Date: June 15, 2012
FOR IMMEDIATE RELEASE
Hydraulic Fracturing Poses Low Risk for Causing Earthquakes,
But Risks Higher for Wastewater Injection Wells
WASHINGTON — Hydraulic fracturing has a low risk for inducing earthquakes that can be felt by people, but underground injection of wastewater produced by hydraulic fracturing and other energy technologies has a higher risk of causing such earthquakes, says a new report from the National Research Council. In addition, carbon capture and storage may have the potential for inducing seismic events, because significant volumes of fluids are injected underground over long periods of time. However, insufficient information exists to understand the potential of carbon capture and storage to cause earthquakes, because no large-scale projects are as yet in operation. The committee that wrote the report said continued research will be needed to examine the potential for induced seismicity in large-scale carbon capture and storage projects.
The report examines the potential for energy technologies -- including shale gas recovery, carbon capture and storage, geothermal energy production, and conventional oil and gas development -- to cause earthquakes. Hydraulic fracturing, commonly known as fracking, extracts natural gas by injecting a mixture of water, sand, and chemicals in short bursts at high pressure into deep underground wells. The process cracks the shale rock formation and allows natural gas to escape and flow up the well, along with some wastewater. The wastewater can be discarded in several ways, including injection underground at a separate site. Carbon capture and storage, also known as carbon capture and sequestration, involves collecting carbon dioxide from power plants, liquefying it, and pumping it at high rates into deep underground geologic formations for permanent disposal. Geothermal energy harnesses natural heat from within the Earth by capturing steam or hot water from underground.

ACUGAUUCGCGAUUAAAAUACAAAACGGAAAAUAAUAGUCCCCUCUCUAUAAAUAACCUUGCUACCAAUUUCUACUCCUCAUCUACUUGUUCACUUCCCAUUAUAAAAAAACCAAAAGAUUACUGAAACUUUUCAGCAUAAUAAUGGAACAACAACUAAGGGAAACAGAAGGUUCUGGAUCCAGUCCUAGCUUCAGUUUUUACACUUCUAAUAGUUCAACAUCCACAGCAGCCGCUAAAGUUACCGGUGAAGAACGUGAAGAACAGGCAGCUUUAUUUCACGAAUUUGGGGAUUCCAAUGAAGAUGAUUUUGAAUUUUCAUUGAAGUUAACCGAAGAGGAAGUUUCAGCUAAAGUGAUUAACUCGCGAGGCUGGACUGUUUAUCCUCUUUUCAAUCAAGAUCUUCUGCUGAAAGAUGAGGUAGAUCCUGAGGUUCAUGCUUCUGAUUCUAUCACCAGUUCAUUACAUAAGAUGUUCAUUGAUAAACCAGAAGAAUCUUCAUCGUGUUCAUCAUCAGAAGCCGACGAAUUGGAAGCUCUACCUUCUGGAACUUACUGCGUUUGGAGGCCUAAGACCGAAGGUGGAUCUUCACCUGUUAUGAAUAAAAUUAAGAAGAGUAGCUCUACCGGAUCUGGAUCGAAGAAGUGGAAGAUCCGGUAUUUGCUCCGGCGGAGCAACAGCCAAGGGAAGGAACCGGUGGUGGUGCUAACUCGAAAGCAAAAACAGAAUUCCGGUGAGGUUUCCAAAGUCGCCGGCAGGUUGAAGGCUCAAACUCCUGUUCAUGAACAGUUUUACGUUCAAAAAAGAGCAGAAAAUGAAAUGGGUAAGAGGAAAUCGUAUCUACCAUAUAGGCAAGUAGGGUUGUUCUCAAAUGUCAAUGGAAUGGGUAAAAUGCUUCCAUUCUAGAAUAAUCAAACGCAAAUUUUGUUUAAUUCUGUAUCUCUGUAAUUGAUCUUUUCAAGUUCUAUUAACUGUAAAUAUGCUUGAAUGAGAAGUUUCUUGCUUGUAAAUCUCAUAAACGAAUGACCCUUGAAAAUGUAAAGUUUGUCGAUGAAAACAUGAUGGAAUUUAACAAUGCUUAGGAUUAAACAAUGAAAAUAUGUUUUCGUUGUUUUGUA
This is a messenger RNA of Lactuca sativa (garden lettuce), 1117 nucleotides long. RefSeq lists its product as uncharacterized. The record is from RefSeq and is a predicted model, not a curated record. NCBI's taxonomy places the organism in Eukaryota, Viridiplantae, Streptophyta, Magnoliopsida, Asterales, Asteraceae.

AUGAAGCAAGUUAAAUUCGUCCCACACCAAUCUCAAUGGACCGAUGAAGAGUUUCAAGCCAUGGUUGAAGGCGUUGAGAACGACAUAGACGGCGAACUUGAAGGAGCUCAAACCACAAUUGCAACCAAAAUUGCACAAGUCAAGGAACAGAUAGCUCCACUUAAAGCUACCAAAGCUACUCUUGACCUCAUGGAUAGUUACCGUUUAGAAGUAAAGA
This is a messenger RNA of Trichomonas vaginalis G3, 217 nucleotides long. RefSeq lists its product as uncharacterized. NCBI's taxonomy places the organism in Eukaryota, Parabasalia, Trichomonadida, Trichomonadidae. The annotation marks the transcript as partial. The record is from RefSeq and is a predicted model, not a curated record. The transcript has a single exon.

Although induced seismic events associated with these energy technologies have not resulted in loss of life or significant damage in the
The factor most directly correlated with induced earthquakes is the total balance of fluid introduced or removed underground, the committee said. Because oil and gas development, carbon capture and storage, and geothermal energy production each involve net fluid injection or withdrawal, all have at least the potential to induce earthquakes that could be felt by people. However, technologies designed to maintain a balance between the amounts of fluid being injected and withdrawn, such as most geothermal and conventional oil and gas development, appear to produce fewer induced seismic events than technologies that do not maintain fluid balance.
A number of federal and state agencies have regulatory oversight related to different aspects of underground injection activities associated with energy technologies. Responses from these agencies to energy development-related seismic events have been successful, the report says, but interagency cooperation is warranted as the number of earthquakes could increase due to expanding energy development.
The study was sponsored by the U.S. Department of Energy. The National Academy of Sciences, National Academy of Engineering,
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Pre-publication copies of Induced Seismicity Potential in Energy Technologies is available from the National Academies Press; tel. 202-334-3313 or 1-800-624-6242 or on the Internet at http://www.nap.edu. Reporters may obtain a copy from the Office of News and Public Information (contacts listed above).
NATIONAL RESEARCH COUNCIL
Division on Earth and Life Studies
Board on Earth Sciences and Resources
Committee on Induced Seismicity Potential in Energy Technologies
Murray W. Hitzman (chair)
Fogarty Professor of Economic Geology
Department of Geology and Geological Engineering
Donald D. Clarke
Department of Civil Engineering
Principal Research Scientist
Earth Sciences and Resource Engineering
James H. Dieterich1
Distinguished Professor of Geophysics
David K. Dillon
David K. Dillon PE LLC
Sidney J. Green2
Robert M. Habiger
Chief Technology Officer
Robin K. McGuire2
James K. Mitchell1,2
University Distinguished Professor Emeritus
Virginia Polytechnic Institute and
Julie E. Shemeta
President and Founder
MEQ Geo Inc.
John L. 'Bill' Smith